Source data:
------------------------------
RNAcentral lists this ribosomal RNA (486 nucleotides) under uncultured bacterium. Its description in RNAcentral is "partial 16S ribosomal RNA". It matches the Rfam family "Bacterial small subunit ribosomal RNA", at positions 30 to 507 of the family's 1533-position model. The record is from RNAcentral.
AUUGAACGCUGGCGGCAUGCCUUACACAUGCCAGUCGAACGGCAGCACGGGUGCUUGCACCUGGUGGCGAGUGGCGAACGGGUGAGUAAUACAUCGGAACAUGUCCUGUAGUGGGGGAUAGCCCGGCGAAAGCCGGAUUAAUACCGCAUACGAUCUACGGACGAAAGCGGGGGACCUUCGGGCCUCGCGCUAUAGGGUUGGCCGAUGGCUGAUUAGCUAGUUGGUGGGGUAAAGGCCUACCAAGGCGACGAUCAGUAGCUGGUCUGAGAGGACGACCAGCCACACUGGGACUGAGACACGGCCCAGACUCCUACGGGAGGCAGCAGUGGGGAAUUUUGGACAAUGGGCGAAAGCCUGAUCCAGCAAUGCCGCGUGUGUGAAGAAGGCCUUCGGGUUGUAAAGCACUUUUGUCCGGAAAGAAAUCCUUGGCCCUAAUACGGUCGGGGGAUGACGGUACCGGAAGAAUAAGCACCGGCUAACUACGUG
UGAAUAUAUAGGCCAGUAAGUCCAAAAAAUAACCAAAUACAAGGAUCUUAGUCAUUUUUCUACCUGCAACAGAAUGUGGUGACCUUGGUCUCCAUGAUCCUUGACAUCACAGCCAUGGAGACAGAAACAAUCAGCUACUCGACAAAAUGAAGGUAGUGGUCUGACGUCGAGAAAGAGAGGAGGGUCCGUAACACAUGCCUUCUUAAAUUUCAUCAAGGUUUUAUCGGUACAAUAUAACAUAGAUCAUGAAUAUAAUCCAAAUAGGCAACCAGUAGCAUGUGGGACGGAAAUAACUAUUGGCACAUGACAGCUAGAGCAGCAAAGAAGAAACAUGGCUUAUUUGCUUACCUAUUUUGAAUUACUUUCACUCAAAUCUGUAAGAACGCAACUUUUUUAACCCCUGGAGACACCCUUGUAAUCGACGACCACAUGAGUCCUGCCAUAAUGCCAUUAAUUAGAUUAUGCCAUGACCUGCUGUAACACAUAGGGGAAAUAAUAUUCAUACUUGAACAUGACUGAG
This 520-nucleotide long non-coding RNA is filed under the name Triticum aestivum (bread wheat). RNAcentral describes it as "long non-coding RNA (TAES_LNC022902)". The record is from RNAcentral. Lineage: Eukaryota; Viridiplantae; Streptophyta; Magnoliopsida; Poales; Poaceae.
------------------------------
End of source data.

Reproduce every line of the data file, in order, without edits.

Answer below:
RNAcentral lists this ribosomal RNA (486 nucleotides) under uncultured bacterium. Its description in RNAcentral is "partial 16S ribosomal RNA". It matches the Rfam family "Bacterial small subunit ribosomal RNA", at positions 30 to 507 of the family's 1533-position model. The record is from RNAcentral.
AUUGAACGCUGGCGGCAUGCCUUACACAUGCCAGUCGAACGGCAGCACGGGUGCUUGCACCUGGUGGCGAGUGGCGAACGGGUGAGUAAUACAUCGGAACAUGUCCUGUAGUGGGGGAUAGCCCGGCGAAAGCCGGAUUAAUACCGCAUACGAUCUACGGACGAAAGCGGGGGACCUUCGGGCCUCGCGCUAUAGGGUUGGCCGAUGGCUGAUUAGCUAGUUGGUGGGGUAAAGGCCUACCAAGGCGACGAUCAGUAGCUGGUCUGAGAGGACGACCAGCCACACUGGGACUGAGACACGGCCCAGACUCCUACGGGAGGCAGCAGUGGGGAAUUUUGGACAAUGGGCGAAAGCCUGAUCCAGCAAUGCCGCGUGUGUGAAGAAGGCCUUCGGGUUGUAAAGCACUUUUGUCCGGAAAGAAAUCCUUGGCCCUAAUACGGUCGGGGGAUGACGGUACCGGAAGAAUAAGCACCGGCUAACUACGUG
UGAAUAUAUAGGCCAGUAAGUCCAAAAAAUAACCAAAUACAAGGAUCUUAGUCAUUUUUCUACCUGCAACAGAAUGUGGUGACCUUGGUCUCCAUGAUCCUUGACAUCACAGCCAUGGAGACAGAAACAAUCAGCUACUCGACAAAAUGAAGGUAGUGGUCUGACGUCGAGAAAGAGAGGAGGGUCCGUAACACAUGCCUUCUUAAAUUUCAUCAAGGUUUUAUCGGUACAAUAUAACAUAGAUCAUGAAUAUAAUCCAAAUAGGCAACCAGUAGCAUGUGGGACGGAAAUAACUAUUGGCACAUGACAGCUAGAGCAGCAAAGAAGAAACAUGGCUUAUUUGCUUACCUAUUUUGAAUUACUUUCACUCAAAUCUGUAAGAACGCAACUUUUUUAACCCCUGGAGACACCCUUGUAAUCGACGACCACAUGAGUCCUGCCAUAAUGCCAUUAAUUAGAUUAUGCCAUGACCUGCUGUAACACAUAGGGGAAAUAAUAUUCAUACUUGAACAUGACUGAG
This 520-nucleotide long non-coding RNA is filed under the name Triticum aestivum (bread wheat). RNAcentral describes it as "long non-coding RNA (TAES_LNC022902)". The record is from RNAcentral. Lineage: Eukaryota; Viridiplantae; Streptophyta; Magnoliopsida; Poales; Poaceae.